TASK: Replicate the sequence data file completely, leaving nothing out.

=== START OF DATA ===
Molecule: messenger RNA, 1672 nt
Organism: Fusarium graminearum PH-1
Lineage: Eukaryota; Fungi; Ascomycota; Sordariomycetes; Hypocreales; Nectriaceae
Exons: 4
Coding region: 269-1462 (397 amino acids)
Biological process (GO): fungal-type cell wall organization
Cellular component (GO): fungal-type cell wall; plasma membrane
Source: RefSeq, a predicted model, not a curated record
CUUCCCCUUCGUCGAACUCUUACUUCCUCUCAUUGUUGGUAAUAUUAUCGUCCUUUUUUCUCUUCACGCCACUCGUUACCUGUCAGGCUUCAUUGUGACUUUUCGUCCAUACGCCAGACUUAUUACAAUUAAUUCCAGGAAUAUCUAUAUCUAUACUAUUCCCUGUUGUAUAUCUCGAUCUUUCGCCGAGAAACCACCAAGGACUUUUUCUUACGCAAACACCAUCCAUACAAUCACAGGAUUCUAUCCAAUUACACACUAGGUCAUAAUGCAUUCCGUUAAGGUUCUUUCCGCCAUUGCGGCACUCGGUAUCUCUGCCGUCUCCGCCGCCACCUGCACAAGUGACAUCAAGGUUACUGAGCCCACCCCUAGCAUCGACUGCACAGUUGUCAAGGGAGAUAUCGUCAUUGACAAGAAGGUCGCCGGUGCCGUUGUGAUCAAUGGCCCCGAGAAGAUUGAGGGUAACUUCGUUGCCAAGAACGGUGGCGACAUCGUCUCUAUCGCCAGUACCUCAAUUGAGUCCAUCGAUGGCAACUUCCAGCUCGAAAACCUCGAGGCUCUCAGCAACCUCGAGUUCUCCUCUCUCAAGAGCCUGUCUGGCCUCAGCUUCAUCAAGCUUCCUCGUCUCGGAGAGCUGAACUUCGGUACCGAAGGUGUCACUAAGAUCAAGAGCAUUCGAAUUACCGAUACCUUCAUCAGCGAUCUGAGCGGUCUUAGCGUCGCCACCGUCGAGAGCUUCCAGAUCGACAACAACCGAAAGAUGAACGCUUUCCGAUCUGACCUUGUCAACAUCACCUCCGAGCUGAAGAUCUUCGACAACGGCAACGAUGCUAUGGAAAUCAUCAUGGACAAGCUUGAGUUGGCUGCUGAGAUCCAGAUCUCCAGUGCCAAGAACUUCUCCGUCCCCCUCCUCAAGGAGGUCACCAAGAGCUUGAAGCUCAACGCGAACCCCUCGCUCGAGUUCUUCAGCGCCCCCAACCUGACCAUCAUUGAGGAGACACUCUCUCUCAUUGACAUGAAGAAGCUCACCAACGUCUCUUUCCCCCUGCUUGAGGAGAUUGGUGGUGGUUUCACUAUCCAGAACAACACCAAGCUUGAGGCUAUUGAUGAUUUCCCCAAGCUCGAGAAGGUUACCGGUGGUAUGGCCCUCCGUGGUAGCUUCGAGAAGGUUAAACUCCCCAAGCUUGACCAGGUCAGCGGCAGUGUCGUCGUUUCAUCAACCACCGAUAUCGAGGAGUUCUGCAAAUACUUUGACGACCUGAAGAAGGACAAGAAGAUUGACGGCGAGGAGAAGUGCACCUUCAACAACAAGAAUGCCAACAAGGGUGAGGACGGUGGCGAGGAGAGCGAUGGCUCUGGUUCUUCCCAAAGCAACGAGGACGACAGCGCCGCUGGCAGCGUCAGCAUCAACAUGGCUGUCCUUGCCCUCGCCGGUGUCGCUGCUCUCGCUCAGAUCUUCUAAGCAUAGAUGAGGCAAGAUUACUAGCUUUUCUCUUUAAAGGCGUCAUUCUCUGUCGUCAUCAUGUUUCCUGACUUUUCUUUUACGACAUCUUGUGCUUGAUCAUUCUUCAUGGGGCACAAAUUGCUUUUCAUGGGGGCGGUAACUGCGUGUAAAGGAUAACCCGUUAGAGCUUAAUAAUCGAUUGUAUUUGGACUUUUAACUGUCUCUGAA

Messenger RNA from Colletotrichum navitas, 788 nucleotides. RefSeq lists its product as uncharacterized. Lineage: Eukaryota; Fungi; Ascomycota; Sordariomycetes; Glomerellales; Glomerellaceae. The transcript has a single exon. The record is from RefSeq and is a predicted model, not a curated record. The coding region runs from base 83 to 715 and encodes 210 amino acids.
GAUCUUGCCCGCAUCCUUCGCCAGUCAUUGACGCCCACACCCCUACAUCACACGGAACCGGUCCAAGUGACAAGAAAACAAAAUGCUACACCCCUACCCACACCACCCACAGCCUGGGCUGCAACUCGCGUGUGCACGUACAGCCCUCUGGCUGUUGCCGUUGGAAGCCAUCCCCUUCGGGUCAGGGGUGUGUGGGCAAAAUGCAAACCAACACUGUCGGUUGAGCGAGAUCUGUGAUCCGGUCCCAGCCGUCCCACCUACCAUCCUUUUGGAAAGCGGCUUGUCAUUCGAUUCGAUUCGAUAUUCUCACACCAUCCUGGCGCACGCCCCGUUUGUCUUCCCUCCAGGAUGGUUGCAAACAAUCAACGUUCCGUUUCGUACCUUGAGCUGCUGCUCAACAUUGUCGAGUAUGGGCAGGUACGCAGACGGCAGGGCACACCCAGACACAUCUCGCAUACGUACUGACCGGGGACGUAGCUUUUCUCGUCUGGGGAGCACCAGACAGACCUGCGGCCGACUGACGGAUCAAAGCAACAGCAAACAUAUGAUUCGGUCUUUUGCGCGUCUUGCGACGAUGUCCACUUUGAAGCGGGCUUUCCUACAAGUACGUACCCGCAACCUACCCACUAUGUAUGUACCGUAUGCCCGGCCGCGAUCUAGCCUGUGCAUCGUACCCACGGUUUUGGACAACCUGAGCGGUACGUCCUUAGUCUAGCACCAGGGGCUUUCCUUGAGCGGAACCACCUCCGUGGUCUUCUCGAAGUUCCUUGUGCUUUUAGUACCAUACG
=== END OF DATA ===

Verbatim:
Molecule: messenger RNA, 1672 nt
Organism: Fusarium graminearum PH-1
Lineage: Eukaryota; Fungi; Ascomycota; Sordariomycetes; Hypocreales; Nectriaceae
Exons: 4
Coding region: 269-1462 (397 amino acids)
Biological process (GO): fungal-type cell wall organization
Cellular component (GO): fungal-type cell wall; plasma membrane
Source: RefSeq, a predicted model, not a curated record
CUUCCCCUUCGUCGAACUCUUACUUCCUCUCAUUGUUGGUAAUAUUAUCGUCCUUUUUUCUCUUCACGCCACUCGUUACCUGUCAGGCUUCAUUGUGACUUUUCGUCCAUACGCCAGACUUAUUACAAUUAAUUCCAGGAAUAUCUAUAUCUAUACUAUUCCCUGUUGUAUAUCUCGAUCUUUCGCCGAGAAACCACCAAGGACUUUUUCUUACGCAAACACCAUCCAUACAAUCACAGGAUUCUAUCCAAUUACACACUAGGUCAUAAUGCAUUCCGUUAAGGUUCUUUCCGCCAUUGCGGCACUCGGUAUCUCUGCCGUCUCCGCCGCCACCUGCACAAGUGACAUCAAGGUUACUGAGCCCACCCCUAGCAUCGACUGCACAGUUGUCAAGGGAGAUAUCGUCAUUGACAAGAAGGUCGCCGGUGCCGUUGUGAUCAAUGGCCCCGAGAAGAUUGAGGGUAACUUCGUUGCCAAGAACGGUGGCGACAUCGUCUCUAUCGCCAGUACCUCAAUUGAGUCCAUCGAUGGCAACUUCCAGCUCGAAAACCUCGAGGCUCUCAGCAACCUCGAGUUCUCCUCUCUCAAGAGCCUGUCUGGCCUCAGCUUCAUCAAGCUUCCUCGUCUCGGAGAGCUGAACUUCGGUACCGAAGGUGUCACUAAGAUCAAGAGCAUUCGAAUUACCGAUACCUUCAUCAGCGAUCUGAGCGGUCUUAGCGUCGCCACCGUCGAGAGCUUCCAGAUCGACAACAACCGAAAGAUGAACGCUUUCCGAUCUGACCUUGUCAACAUCACCUCCGAGCUGAAGAUCUUCGACAACGGCAACGAUGCUAUGGAAAUCAUCAUGGACAAGCUUGAGUUGGCUGCUGAGAUCCAGAUCUCCAGUGCCAAGAACUUCUCCGUCCCCCUCCUCAAGGAGGUCACCAAGAGCUUGAAGCUCAACGCGAACCCCUCGCUCGAGUUCUUCAGCGCCCCCAACCUGACCAUCAUUGAGGAGACACUCUCUCUCAUUGACAUGAAGAAGCUCACCAACGUCUCUUUCCCCCUGCUUGAGGAGAUUGGUGGUGGUUUCACUAUCCAGAACAACACCAAGCUUGAGGCUAUUGAUGAUUUCCCCAAGCUCGAGAAGGUUACCGGUGGUAUGGCCCUCCGUGGUAGCUUCGAGAAGGUUAAACUCCCCAAGCUUGACCAGGUCAGCGGCAGUGUCGUCGUUUCAUCAACCACCGAUAUCGAGGAGUUCUGCAAAUACUUUGACGACCUGAAGAAGGACAAGAAGAUUGACGGCGAGGAGAAGUGCACCUUCAACAACAAGAAUGCCAACAAGGGUGAGGACGGUGGCGAGGAGAGCGAUGGCUCUGGUUCUUCCCAAAGCAACGAGGACGACAGCGCCGCUGGCAGCGUCAGCAUCAACAUGGCUGUCCUUGCCCUCGCCGGUGUCGCUGCUCUCGCUCAGAUCUUCUAAGCAUAGAUGAGGCAAGAUUACUAGCUUUUCUCUUUAAAGGCGUCAUUCUCUGUCGUCAUCAUGUUUCCUGACUUUUCUUUUACGACAUCUUGUGCUUGAUCAUUCUUCAUGGGGCACAAAUUGCUUUUCAUGGGGGCGGUAACUGCGUGUAAAGGAUAACCCGUUAGAGCUUAAUAAUCGAUUGUAUUUGGACUUUUAACUGUCUCUGAA

Messenger RNA from Colletotrichum navitas, 788 nucleotides. RefSeq lists its product as uncharacterized. Lineage: Eukaryota; Fungi; Ascomycota; Sordariomycetes; Glomerellales; Glomerellaceae. The transcript has a single exon. The record is from RefSeq and is a predicted model, not a curated record. The coding region runs from base 83 to 715 and encodes 210 amino acids.
GAUCUUGCCCGCAUCCUUCGCCAGUCAUUGACGCCCACACCCCUACAUCACACGGAACCGGUCCAAGUGACAAGAAAACAAAAUGCUACACCCCUACCCACACCACCCACAGCCUGGGCUGCAACUCGCGUGUGCACGUACAGCCCUCUGGCUGUUGCCGUUGGAAGCCAUCCCCUUCGGGUCAGGGGUGUGUGGGCAAAAUGCAAACCAACACUGUCGGUUGAGCGAGAUCUGUGAUCCGGUCCCAGCCGUCCCACCUACCAUCCUUUUGGAAAGCGGCUUGUCAUUCGAUUCGAUUCGAUAUUCUCACACCAUCCUGGCGCACGCCCCGUUUGUCUUCCCUCCAGGAUGGUUGCAAACAAUCAACGUUCCGUUUCGUACCUUGAGCUGCUGCUCAACAUUGUCGAGUAUGGGCAGGUACGCAGACGGCAGGGCACACCCAGACACAUCUCGCAUACGUACUGACCGGGGACGUAGCUUUUCUCGUCUGGGGAGCACCAGACAGACCUGCGGCCGACUGACGGAUCAAAGCAACAGCAAACAUAUGAUUCGGUCUUUUGCGCGUCUUGCGACGAUGUCCACUUUGAAGCGGGCUUUCCUACAAGUACGUACCCGCAACCUACCCACUAUGUAUGUACCGUAUGCCCGGCCGCGAUCUAGCCUGUGCAUCGUACCCACGGUUUUGGACAACCUGAGCGGUACGUCCUUAGUCUAGCACCAGGGGCUUUCCUUGAGCGGAACCACCUCCGUGGUCUUCUCGAAGUUCCUUGUGCUUUUAGUACCAUACG